The association, as reflected by the
addresses delivered, might be regard
ed as: that group of American law
yers irrespecitve of race, opposed to
any phase of legal discrimination and
determined to maintain a proper in
terpretation and application of the
principles of the constitution of the
United States of America.
The addresses were assigned to in
dividuals and commissions at preced
ing sessions and therefore constitute
a worth-while study on the subjects
presented. There were delegates at
tending from Central America. The
Hon. J. J. Bruce of Muskogee, Okla.,
presented a study on “The Dissipa
tion of the Estate of Minors in the
State of Oklahoma;” the Hon. T. W.
Bell of Leavenworth, Kansas, pre
sented a study on “The Writ of Ha
beas Corpus;” the Hon. L. Amassa
Knox, of Kansas City, Mo., presented
a study on “Interstate Commerce;”
the Hon. C. Francis Stratford of
Chicago, 111., presented a study on
“How Is Discriminative Legislation
to Be Repealed;” the Hon. S. E. Gar
ner of St. Louis, Mo., presented a
study on “The Workman’s Compen
sation Acts;” the Hon. George H.
Woodson of Des Moines, la., presi
dent emeritus, presented a study on
“The Purpose of the National Bar
Association.” These addresses were
all briefed up so as to reflect the
error and the method of correction
of and for those decisions which side
step or uphold discriminatory meth
ods and legislation against any class
of American people.
St. Louis overdid itself in the the
entertainment of the National Bar
Association. The week was fraught
with drives, dinners and banquets.
Perhaps the most outstanding fea
ture of the entertainment of the As
sociation was the banquet tendered
by Mrs. Malone of the Poro college
and the dinner dance by the Harland
State Bar Association and the Mound
City Bar Association in honor of the
National President and the visiting
members of the National Bar.
Two exceptional honors were con
ferred upon Omaha. The Honorable
John Adams, eminent as a high
Churchman in the African Methodist
connection and strongly mentioned
for the Episcopacy in that body, was
elected vice-president of the National
Bar and assigned to the commission
on “How to Attack the Jim Crow
System of the South.” The task of
this commission is regarded as the
most vital work of the association
during the present fiscal year. The
National Bar met as the guests of
the Harland and Mound City Bar
Association of the state of Missouri
and the city of St. Louis. The meet
ing adjourned to hold its next session
at Chicago, 111., August 3rd, 1928.
The Hon. Homer G. Phillips of the
St. Louis Bar was elected national
Nashville, Tenn.—Dr. S. W. and
Mrs. Minnie Lou Crosswaite, after
devoting 48 years of their lives to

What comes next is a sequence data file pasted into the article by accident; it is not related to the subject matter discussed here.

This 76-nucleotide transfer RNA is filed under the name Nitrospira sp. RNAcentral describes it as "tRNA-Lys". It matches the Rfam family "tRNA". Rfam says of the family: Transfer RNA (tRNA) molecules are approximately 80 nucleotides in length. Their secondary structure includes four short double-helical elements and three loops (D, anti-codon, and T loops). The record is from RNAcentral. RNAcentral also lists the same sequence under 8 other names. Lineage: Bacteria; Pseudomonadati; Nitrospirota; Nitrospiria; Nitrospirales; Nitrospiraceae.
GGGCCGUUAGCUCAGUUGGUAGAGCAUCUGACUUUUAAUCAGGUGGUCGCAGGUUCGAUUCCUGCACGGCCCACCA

the teaching of the youth of their
race have retired. They were the
first Negroes to be appointed by the
board of education in this city. That
was in 1879.
Mrs. Crosswaite has served as reg
istrar of Fisk university for the last
17 years, and Dr. Crosswaite has
taught in the public schools.
Bo honest. Pay your subscription
duo Tho Monitor.
Mr*. Maggie L. Walker Has Demon
strated What Women of Ability
Can Accomplish in Execu
tive Capacity
Richmond, Va.—(A. N. P.)—Ne
gro women of today are doing things.
The approaching 60th anniversary
celebration of the founding of the
Independent Order of St. Luke,
.which is to be held here August 15
j 18, aside from being an appreciation
of that famous organization’s accom
plishments is equally a tribute to the
remarkable career of its head and
guiding genius, a woman, Maggie L.
Mrs. Walker is executive secretary
of the Independent Order of St.
Luke, a member of the board of di
rectors of the National Association
Copyright. A. N. P.
for the Advancement of Colored Peo
ple, vice president of the National
Association of Colored Women’s
Clubs, a trustee of the Frederick
Douglass Home at Anacostin, D. C.,
founder and president of the Coun
cil of Colored Women of Richmond,
owning its own $20,000 home. She
is the founder and has been managing
, editor of the St. Luke Herald since
1902. She founded what is known as
the St. Luke Bank & Trust Company
and has been its president since its
birth in 1903. For a long time she
was the only woman bank president
in the country. Surely that is a
record for usefulness and service
that any American, black or white,
man or woman, might aspire to.
The Order of St. Luke was found
ed in Baltimore in 1867. In the 37
years which Mrs. Walker has been
at the helm of this great lodge, she
has seen it grow from 3,408 members
to more than 100,000 scattered over
a number of states to the ownership
of a building valued at $100,000 to
the development of a surplus fund of
$70,000 to the enrollment of 16,000
children in thrift and health clubs, to
the use of 66 clerks who operate the
home office and 145 field workers.
White*’ Aim At Dynamiting Race
Family Out of DUtrict I*
Dallas, Texas—(Special)—A po
lice patrol was maintained all Fri
day night in the 2600 block on Thom
as avenue because of threats made
against colored residents in the
neighborhood. The officers were
armed with riot guns and ready for
the emergency, but nothing disturbed
the locality.
The guard was posted because cir
culars were scattered recently threat
ening a race family which moved into
a house in the block. The block is
the dividing line between colored and
white sections. The section is close
to another in which several attempts
have been made to blow up and burn
housese of colored citizens.
Keep off the dates of August
18-19-20. Carnival at Twenty-fourth
and Grant streets.